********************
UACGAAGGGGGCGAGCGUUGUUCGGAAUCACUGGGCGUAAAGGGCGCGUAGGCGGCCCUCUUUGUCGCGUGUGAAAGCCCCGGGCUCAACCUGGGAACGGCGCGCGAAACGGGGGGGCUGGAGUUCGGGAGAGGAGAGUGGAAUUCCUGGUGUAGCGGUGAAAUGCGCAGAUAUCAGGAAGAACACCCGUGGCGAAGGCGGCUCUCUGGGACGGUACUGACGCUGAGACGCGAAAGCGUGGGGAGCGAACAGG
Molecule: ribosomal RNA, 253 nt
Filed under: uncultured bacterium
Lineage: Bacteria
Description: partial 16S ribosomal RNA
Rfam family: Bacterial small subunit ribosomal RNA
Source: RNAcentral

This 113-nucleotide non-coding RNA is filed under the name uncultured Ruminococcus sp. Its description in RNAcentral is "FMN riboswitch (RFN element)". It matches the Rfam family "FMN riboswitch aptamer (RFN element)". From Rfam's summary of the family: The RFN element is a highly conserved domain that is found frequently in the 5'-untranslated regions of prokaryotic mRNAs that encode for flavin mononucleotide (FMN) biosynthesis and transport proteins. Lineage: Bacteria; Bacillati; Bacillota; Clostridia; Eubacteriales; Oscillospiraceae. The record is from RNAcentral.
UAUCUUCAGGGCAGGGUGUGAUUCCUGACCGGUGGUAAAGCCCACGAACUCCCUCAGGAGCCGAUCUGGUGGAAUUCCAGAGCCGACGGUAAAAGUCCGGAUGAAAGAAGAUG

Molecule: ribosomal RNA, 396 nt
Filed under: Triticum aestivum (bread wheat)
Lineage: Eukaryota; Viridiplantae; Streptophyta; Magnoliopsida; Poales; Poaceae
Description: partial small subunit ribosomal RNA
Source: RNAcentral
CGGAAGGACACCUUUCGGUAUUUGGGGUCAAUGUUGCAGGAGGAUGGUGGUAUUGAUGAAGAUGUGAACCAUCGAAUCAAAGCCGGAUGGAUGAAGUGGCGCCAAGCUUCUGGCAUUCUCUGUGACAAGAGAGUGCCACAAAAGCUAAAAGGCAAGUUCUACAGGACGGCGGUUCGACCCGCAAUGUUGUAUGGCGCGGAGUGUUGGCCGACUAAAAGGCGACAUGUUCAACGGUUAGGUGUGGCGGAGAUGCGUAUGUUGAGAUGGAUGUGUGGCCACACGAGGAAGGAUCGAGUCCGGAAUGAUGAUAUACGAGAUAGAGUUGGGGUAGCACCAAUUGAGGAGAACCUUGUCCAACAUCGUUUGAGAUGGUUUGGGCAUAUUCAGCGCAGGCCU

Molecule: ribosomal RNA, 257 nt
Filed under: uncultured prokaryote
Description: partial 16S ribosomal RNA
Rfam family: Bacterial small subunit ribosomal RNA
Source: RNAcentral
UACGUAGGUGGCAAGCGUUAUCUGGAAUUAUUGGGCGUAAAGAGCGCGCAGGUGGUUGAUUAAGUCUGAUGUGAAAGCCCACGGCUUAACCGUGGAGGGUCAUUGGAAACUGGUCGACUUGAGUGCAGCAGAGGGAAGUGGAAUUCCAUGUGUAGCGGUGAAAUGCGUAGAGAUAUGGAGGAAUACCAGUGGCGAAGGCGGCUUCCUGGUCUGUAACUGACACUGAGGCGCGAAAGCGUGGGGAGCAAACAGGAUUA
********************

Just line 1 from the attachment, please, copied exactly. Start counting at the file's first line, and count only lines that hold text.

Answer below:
UACGAAGGGGGCGAGCGUUGUUCGGAAUCACUGGGCGUAAAGGGCGCGUAGGCGGCCCUCUUUGUCGCGUGUGAAAGCCCCGGGCUCAACCUGGGAACGGCGCGCGAAACGGGGGGGCUGGAGUUCGGGAGAGGAGAGUGGAAUUCCUGGUGUAGCGGUGAAAUGCGCAGAUAUCAGGAAGAACACCCGUGGCGAAGGCGGCUCUCUGGGACGGUACUGACGCUGAGACGCGAAAGCGUGGGGAGCGAACAGG